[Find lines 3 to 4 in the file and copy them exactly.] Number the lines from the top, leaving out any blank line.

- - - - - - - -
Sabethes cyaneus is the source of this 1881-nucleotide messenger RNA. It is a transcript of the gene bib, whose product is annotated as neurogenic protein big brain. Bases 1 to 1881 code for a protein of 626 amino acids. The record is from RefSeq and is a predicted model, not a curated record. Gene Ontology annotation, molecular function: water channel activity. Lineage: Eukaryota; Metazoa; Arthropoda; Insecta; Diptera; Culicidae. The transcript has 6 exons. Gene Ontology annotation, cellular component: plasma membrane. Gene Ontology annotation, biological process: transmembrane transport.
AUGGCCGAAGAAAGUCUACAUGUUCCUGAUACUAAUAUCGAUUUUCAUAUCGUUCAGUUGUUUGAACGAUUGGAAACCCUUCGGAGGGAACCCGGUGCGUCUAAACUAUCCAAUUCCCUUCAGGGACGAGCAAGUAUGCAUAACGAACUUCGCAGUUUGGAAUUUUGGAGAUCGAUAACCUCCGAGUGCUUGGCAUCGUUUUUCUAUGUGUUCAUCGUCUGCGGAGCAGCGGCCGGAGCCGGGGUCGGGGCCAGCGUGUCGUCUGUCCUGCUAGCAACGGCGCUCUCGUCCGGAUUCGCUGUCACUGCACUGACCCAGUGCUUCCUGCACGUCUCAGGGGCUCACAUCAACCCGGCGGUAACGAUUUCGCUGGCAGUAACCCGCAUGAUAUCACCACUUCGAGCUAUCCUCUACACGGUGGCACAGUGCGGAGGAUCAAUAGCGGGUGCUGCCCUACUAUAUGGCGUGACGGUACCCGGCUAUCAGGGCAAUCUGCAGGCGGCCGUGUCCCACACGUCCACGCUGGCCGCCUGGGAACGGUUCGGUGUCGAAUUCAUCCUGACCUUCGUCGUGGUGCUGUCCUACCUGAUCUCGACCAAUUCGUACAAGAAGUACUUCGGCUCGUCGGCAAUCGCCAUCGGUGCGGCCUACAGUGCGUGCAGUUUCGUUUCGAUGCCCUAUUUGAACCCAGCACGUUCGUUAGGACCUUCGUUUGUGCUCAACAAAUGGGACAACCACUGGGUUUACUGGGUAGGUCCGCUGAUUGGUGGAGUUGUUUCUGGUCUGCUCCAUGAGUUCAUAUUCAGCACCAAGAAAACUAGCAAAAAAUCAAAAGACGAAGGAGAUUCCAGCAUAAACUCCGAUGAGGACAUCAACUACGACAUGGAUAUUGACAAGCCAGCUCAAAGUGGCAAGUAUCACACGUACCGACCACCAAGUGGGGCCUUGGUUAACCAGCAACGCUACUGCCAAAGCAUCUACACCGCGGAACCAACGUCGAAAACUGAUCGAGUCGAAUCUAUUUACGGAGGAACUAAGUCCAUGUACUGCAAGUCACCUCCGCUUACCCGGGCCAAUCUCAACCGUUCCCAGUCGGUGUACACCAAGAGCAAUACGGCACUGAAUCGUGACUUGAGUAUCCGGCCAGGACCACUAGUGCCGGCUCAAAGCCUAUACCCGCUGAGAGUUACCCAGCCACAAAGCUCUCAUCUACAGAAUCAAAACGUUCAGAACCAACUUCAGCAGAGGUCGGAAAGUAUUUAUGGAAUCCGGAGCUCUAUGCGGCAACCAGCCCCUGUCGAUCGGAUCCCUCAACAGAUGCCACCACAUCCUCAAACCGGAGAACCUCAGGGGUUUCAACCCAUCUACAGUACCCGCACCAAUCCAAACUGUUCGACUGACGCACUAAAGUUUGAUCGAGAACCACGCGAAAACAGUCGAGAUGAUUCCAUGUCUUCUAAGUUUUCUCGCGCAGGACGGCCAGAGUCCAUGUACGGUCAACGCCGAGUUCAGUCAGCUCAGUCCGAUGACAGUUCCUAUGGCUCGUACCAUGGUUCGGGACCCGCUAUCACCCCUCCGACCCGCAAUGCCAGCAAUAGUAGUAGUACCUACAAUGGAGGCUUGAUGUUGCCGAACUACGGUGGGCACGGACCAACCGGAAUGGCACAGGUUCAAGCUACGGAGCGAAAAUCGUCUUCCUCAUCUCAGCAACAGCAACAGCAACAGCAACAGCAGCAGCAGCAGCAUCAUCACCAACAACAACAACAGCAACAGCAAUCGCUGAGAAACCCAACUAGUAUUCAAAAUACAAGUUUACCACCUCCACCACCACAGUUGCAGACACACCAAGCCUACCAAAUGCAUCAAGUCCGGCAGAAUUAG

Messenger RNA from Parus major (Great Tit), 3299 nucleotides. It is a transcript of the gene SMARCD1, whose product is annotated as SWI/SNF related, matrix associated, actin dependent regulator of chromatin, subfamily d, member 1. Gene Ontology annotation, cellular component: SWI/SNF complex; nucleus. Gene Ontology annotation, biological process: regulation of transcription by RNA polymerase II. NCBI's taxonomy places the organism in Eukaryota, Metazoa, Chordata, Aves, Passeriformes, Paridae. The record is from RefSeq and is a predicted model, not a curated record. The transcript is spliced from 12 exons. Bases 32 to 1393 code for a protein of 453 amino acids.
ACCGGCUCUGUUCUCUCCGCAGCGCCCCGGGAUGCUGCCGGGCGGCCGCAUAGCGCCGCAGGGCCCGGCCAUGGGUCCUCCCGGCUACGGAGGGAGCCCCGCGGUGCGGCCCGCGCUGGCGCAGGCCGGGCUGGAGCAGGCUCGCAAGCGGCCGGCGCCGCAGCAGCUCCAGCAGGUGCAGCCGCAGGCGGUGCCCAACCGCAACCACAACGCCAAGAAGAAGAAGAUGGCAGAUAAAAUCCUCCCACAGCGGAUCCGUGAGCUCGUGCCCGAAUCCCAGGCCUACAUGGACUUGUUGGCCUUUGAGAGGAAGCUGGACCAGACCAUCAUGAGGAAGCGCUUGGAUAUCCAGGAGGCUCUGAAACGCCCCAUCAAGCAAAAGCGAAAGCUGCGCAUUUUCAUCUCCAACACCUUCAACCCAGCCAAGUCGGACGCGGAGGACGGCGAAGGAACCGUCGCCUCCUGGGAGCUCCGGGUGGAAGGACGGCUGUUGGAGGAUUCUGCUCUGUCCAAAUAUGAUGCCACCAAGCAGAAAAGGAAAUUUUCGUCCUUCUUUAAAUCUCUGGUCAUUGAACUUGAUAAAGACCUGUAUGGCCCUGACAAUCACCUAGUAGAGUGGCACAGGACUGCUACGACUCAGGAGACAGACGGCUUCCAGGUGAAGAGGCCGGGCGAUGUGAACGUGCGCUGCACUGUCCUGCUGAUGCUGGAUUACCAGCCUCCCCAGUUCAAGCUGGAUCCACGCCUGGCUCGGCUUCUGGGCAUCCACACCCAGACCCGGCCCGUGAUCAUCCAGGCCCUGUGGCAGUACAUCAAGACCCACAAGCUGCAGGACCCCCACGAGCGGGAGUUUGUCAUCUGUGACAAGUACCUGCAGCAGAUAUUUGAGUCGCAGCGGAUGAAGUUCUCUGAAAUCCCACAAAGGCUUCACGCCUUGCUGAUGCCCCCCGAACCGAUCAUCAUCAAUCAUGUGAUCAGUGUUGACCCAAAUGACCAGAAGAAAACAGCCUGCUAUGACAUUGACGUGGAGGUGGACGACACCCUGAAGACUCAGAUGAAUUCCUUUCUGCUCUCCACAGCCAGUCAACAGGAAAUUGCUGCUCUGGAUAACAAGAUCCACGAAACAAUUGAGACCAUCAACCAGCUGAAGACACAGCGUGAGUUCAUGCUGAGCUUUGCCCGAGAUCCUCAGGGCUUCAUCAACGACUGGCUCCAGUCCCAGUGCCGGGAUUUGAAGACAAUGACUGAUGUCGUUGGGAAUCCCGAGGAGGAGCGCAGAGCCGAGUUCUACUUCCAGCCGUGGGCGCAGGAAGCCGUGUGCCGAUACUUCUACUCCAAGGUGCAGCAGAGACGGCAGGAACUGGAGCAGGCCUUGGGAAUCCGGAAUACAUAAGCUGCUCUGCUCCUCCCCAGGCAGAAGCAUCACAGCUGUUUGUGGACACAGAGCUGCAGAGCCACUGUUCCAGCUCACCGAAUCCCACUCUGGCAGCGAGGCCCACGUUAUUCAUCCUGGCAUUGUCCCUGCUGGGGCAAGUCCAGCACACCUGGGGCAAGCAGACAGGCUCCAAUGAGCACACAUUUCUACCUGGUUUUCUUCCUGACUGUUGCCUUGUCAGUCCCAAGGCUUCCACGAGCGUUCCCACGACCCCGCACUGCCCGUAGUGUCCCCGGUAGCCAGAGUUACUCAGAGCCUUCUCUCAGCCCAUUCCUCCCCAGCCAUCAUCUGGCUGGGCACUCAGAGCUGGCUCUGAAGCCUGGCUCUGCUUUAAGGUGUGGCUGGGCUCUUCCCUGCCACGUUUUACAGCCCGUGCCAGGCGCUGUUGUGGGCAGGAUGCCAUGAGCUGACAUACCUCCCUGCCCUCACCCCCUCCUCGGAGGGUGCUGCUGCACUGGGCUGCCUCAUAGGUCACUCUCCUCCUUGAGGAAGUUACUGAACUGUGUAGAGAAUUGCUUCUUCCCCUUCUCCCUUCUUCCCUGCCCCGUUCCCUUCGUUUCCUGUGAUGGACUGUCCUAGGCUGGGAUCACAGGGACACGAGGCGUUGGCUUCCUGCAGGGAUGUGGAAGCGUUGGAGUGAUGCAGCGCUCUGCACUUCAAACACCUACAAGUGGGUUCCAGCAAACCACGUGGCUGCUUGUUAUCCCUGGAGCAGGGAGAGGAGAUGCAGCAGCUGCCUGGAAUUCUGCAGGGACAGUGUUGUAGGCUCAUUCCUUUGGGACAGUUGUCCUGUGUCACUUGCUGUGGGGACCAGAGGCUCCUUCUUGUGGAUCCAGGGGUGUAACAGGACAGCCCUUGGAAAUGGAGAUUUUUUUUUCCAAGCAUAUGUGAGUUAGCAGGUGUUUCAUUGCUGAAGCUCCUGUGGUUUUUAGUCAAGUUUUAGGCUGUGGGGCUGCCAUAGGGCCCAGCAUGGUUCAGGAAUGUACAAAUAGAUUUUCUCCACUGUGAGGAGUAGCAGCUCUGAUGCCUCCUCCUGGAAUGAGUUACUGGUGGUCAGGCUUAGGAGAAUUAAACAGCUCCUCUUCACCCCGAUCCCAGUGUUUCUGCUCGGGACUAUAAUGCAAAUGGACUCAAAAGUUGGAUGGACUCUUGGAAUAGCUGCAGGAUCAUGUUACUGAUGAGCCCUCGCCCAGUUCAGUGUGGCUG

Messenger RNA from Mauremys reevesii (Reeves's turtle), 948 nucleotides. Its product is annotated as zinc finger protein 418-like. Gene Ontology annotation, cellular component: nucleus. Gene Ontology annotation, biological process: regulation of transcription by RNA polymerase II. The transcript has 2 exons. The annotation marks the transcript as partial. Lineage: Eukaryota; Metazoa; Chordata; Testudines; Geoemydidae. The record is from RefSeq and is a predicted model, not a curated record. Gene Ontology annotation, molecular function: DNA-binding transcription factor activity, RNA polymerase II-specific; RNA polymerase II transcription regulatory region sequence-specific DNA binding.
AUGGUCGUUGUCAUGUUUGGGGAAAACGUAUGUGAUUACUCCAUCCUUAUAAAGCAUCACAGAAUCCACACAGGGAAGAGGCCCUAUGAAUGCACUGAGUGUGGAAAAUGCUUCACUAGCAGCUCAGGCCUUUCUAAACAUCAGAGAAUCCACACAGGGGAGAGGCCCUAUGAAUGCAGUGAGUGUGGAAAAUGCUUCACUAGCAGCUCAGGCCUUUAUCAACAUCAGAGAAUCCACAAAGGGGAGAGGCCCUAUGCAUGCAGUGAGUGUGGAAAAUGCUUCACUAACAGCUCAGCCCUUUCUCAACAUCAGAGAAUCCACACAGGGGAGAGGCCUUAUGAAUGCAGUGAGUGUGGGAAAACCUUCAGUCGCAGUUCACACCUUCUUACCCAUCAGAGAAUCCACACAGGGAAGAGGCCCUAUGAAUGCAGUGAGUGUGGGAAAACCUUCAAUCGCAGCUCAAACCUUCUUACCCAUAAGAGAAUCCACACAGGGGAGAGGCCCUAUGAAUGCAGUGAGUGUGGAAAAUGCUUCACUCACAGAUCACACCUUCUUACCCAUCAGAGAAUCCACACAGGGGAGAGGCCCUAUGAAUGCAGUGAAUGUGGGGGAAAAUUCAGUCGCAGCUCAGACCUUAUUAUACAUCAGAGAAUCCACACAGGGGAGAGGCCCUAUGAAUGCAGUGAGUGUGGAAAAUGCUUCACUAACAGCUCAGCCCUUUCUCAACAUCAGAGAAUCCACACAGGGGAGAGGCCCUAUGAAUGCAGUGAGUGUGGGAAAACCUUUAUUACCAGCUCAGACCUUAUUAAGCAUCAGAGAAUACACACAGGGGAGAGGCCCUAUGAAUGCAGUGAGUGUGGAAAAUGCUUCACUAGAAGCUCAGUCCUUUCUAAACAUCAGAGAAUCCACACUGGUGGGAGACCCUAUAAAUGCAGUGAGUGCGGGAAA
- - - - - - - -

Messenger RNA from Parus major (Great Tit), 3299 nucleotides. It is a transcript of the gene SMARCD1, whose product is annotated as SWI/SNF related, matrix associated, actin dependent regulator of chromatin, subfamily d, member 1. Gene Ontology annotation, cellular component: SWI/SNF complex; nucleus. Gene Ontology annotation, biological process: regulation of transcription by RNA polymerase II. NCBI's taxonomy places the organism in Eukaryota, Metazoa, Chordata, Aves, Passeriformes, Paridae. The record is from RefSeq and is a predicted model, not a curated record. The transcript is spliced from 12 exons. Bases 32 to 1393 code for a protein of 453 amino acids.
ACCGGCUCUGUUCUCUCCGCAGCGCCCCGGGAUGCUGCCGGGCGGCCGCAUAGCGCCGCAGGGCCCGGCCAUGGGUCCUCCCGGCUACGGAGGGAGCCCCGCGGUGCGGCCCGCGCUGGCGCAGGCCGGGCUGGAGCAGGCUCGCAAGCGGCCGGCGCCGCAGCAGCUCCAGCAGGUGCAGCCGCAGGCGGUGCCCAACCGCAACCACAACGCCAAGAAGAAGAAGAUGGCAGAUAAAAUCCUCCCACAGCGGAUCCGUGAGCUCGUGCCCGAAUCCCAGGCCUACAUGGACUUGUUGGCCUUUGAGAGGAAGCUGGACCAGACCAUCAUGAGGAAGCGCUUGGAUAUCCAGGAGGCUCUGAAACGCCCCAUCAAGCAAAAGCGAAAGCUGCGCAUUUUCAUCUCCAACACCUUCAACCCAGCCAAGUCGGACGCGGAGGACGGCGAAGGAACCGUCGCCUCCUGGGAGCUCCGGGUGGAAGGACGGCUGUUGGAGGAUUCUGCUCUGUCCAAAUAUGAUGCCACCAAGCAGAAAAGGAAAUUUUCGUCCUUCUUUAAAUCUCUGGUCAUUGAACUUGAUAAAGACCUGUAUGGCCCUGACAAUCACCUAGUAGAGUGGCACAGGACUGCUACGACUCAGGAGACAGACGGCUUCCAGGUGAAGAGGCCGGGCGAUGUGAACGUGCGCUGCACUGUCCUGCUGAUGCUGGAUUACCAGCCUCCCCAGUUCAAGCUGGAUCCACGCCUGGCUCGGCUUCUGGGCAUCCACACCCAGACCCGGCCCGUGAUCAUCCAGGCCCUGUGGCAGUACAUCAAGACCCACAAGCUGCAGGACCCCCACGAGCGGGAGUUUGUCAUCUGUGACAAGUACCUGCAGCAGAUAUUUGAGUCGCAGCGGAUGAAGUUCUCUGAAAUCCCACAAAGGCUUCACGCCUUGCUGAUGCCCCCCGAACCGAUCAUCAUCAAUCAUGUGAUCAGUGUUGACCCAAAUGACCAGAAGAAAACAGCCUGCUAUGACAUUGACGUGGAGGUGGACGACACCCUGAAGACUCAGAUGAAUUCCUUUCUGCUCUCCACAGCCAGUCAACAGGAAAUUGCUGCUCUGGAUAACAAGAUCCACGAAACAAUUGAGACCAUCAACCAGCUGAAGACACAGCGUGAGUUCAUGCUGAGCUUUGCCCGAGAUCCUCAGGGCUUCAUCAACGACUGGCUCCAGUCCCAGUGCCGGGAUUUGAAGACAAUGACUGAUGUCGUUGGGAAUCCCGAGGAGGAGCGCAGAGCCGAGUUCUACUUCCAGCCGUGGGCGCAGGAAGCCGUGUGCCGAUACUUCUACUCCAAGGUGCAGCAGAGACGGCAGGAACUGGAGCAGGCCUUGGGAAUCCGGAAUACAUAAGCUGCUCUGCUCCUCCCCAGGCAGAAGCAUCACAGCUGUUUGUGGACACAGAGCUGCAGAGCCACUGUUCCAGCUCACCGAAUCCCACUCUGGCAGCGAGGCCCACGUUAUUCAUCCUGGCAUUGUCCCUGCUGGGGCAAGUCCAGCACACCUGGGGCAAGCAGACAGGCUCCAAUGAGCACACAUUUCUACCUGGUUUUCUUCCUGACUGUUGCCUUGUCAGUCCCAAGGCUUCCACGAGCGUUCCCACGACCCCGCACUGCCCGUAGUGUCCCCGGUAGCCAGAGUUACUCAGAGCCUUCUCUCAGCCCAUUCCUCCCCAGCCAUCAUCUGGCUGGGCACUCAGAGCUGGCUCUGAAGCCUGGCUCUGCUUUAAGGUGUGGCUGGGCUCUUCCCUGCCACGUUUUACAGCCCGUGCCAGGCGCUGUUGUGGGCAGGAUGCCAUGAGCUGACAUACCUCCCUGCCCUCACCCCCUCCUCGGAGGGUGCUGCUGCACUGGGCUGCCUCAUAGGUCACUCUCCUCCUUGAGGAAGUUACUGAACUGUGUAGAGAAUUGCUUCUUCCCCUUCUCCCUUCUUCCCUGCCCCGUUCCCUUCGUUUCCUGUGAUGGACUGUCCUAGGCUGGGAUCACAGGGACACGAGGCGUUGGCUUCCUGCAGGGAUGUGGAAGCGUUGGAGUGAUGCAGCGCUCUGCACUUCAAACACCUACAAGUGGGUUCCAGCAAACCACGUGGCUGCUUGUUAUCCCUGGAGCAGGGAGAGGAGAUGCAGCAGCUGCCUGGAAUUCUGCAGGGACAGUGUUGUAGGCUCAUUCCUUUGGGACAGUUGUCCUGUGUCACUUGCUGUGGGGACCAGAGGCUCCUUCUUGUGGAUCCAGGGGUGUAACAGGACAGCCCUUGGAAAUGGAGAUUUUUUUUUCCAAGCAUAUGUGAGUUAGCAGGUGUUUCAUUGCUGAAGCUCCUGUGGUUUUUAGUCAAGUUUUAGGCUGUGGGGCUGCCAUAGGGCCCAGCAUGGUUCAGGAAUGUACAAAUAGAUUUUCUCCACUGUGAGGAGUAGCAGCUCUGAUGCCUCCUCCUGGAAUGAGUUACUGGUGGUCAGGCUUAGGAGAAUUAAACAGCUCCUCUUCACCCCGAUCCCAGUGUUUCUGCUCGGGACUAUAAUGCAAAUGGACUCAAAAGUUGGAUGGACUCUUGGAAUAGCUGCAGGAUCAUGUUACUGAUGAGCCCUCGCCCAGUUCAGUGUGGCUG